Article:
Ehlane Plains

Ehlane Plains is a destination in itself. A day spent in the camp, enjoying the hospitality of the affable and gracious staff and the magnificent food created by the diminutive gourmet chef, Khalid, is a chance to absorb the African bush and just be still. That’s not to say the game drives aren’t magnificent. Lombard, conservationist and teacher, guides visitors across the plains sprinkled with koppies, and the occasional umbrella tree.

Two female lions with their cubs, replete after feeding on a freshly killed wildebeest; a satiated cub, its pot belly scuppering all chances of balancing on a branch, eventually gives up and lies paws up, with the sun on its distended tummy. Predators in the Serengeti experience a life of Riley, all thanks to a 1959 declaration of the area as a conservation. A topi antelope with a striking reddish-brown to purplish-red coat, glossy in the bright sunlight, poses on his catwalk – a termite mound.

It’s clear why the Maasai call this stance bugamina (‘look at me’). In the river, a large, smooth boulder of a hippo suddenly immerses itself and reappears beady-eyed. A leopard melts into the bush as the sun drops off the horizon abruptly. In the African bush this doesn’t signal the end of the day but the start of a 12-hour night shift. The bush now comes alive with the stirring of the nocturnal hunters, the vigilance of their prey, and the cycle of life. Nas’s vision is complete. You hear, you feel.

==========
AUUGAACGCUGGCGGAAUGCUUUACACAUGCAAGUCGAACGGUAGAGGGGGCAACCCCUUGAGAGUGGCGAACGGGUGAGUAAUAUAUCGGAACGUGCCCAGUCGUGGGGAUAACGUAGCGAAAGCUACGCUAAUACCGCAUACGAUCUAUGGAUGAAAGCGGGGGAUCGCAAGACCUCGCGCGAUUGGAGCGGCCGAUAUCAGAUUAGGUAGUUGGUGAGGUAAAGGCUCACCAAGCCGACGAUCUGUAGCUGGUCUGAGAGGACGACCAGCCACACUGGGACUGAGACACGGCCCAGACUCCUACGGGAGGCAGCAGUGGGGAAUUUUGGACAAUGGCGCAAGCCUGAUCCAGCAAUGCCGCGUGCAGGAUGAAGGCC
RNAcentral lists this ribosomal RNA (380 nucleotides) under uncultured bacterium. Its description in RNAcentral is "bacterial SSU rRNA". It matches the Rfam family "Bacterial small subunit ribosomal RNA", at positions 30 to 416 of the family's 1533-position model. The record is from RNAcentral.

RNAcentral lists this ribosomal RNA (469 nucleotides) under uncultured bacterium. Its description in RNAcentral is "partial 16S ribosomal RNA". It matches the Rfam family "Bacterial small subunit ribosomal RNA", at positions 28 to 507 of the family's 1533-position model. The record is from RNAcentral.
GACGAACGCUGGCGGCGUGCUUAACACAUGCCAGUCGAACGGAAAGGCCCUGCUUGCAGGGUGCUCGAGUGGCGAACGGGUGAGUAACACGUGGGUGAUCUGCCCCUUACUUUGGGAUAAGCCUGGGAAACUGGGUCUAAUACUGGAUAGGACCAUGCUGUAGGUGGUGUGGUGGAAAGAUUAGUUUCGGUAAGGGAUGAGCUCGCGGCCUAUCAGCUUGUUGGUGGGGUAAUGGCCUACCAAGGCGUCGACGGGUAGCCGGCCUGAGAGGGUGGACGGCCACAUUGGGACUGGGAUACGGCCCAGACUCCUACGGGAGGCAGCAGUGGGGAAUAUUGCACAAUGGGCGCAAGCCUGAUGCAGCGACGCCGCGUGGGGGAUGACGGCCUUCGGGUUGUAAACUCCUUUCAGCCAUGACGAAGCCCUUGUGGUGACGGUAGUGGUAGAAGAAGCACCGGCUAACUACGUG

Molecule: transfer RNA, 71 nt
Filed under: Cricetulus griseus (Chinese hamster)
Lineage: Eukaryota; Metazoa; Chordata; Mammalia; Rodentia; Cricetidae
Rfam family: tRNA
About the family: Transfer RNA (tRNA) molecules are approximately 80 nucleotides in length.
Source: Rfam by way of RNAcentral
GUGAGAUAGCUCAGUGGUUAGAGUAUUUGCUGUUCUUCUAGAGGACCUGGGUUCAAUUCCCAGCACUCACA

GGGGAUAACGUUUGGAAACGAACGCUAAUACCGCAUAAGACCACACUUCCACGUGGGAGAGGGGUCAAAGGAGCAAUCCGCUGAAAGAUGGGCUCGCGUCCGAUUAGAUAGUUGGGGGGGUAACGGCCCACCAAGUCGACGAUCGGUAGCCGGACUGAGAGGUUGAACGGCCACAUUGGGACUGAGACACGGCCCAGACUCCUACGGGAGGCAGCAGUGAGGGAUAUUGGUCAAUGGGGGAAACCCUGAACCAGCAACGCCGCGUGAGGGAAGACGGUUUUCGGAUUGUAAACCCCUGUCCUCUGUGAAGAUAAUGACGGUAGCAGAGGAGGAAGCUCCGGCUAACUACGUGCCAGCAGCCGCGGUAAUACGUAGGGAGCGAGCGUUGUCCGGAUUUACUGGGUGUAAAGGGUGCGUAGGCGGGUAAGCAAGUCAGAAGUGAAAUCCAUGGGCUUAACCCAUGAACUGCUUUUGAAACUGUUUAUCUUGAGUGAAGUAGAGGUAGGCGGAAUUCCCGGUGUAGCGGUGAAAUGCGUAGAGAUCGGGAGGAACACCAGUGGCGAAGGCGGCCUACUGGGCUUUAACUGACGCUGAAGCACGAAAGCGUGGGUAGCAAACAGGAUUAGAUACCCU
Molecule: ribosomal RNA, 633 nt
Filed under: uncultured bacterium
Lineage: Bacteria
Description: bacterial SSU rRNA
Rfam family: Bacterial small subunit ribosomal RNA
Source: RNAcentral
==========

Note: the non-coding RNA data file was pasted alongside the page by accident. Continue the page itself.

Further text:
Lion-spotting at the Nasikia Luxury Camp

Africa as a state of mind

What the couple had in mind with these ventures encompasses not only wildlife experiences but also creating job opportunities for locals. The company employs over 200 locals, including some at Arusha. The tents are made there alongside an engineering, carpentry, and design workshop. Donna says it’s all about empowering and multi-skilling.

When you leave Africa, as the plane lifts, you feel that, more than leaving a continent, you are leaving a state of mind and part of your DNA. Whatever awaits you at the other end of your journey will be of a different order of existence. I’m reminded of the quote: ‘So Africa smiled a little when you left. We are in you, Africa said, you have not left us yet.’

Donna’s philanthropy both at the schools in the area and in the camps is woven with warmth and caring.It is not surprising that the locals refer to her affectionately as ‘Mama’. If your legacy is how many hearts you touch, the difference Nas and Donna have made and keep making is immense.

The trip was made possible by Nasikia Camps and Maasai Wanderings, Air Excel, and Arusha Coffee Lodge by Elewana Collection. To find out more visit nasikiacamps.com or email andrew@tourismcorp.co.za.

This article originally appeared in Issue 39 of Private Edition. It has been edited for online use.

Read more by Kathy Malherbe here.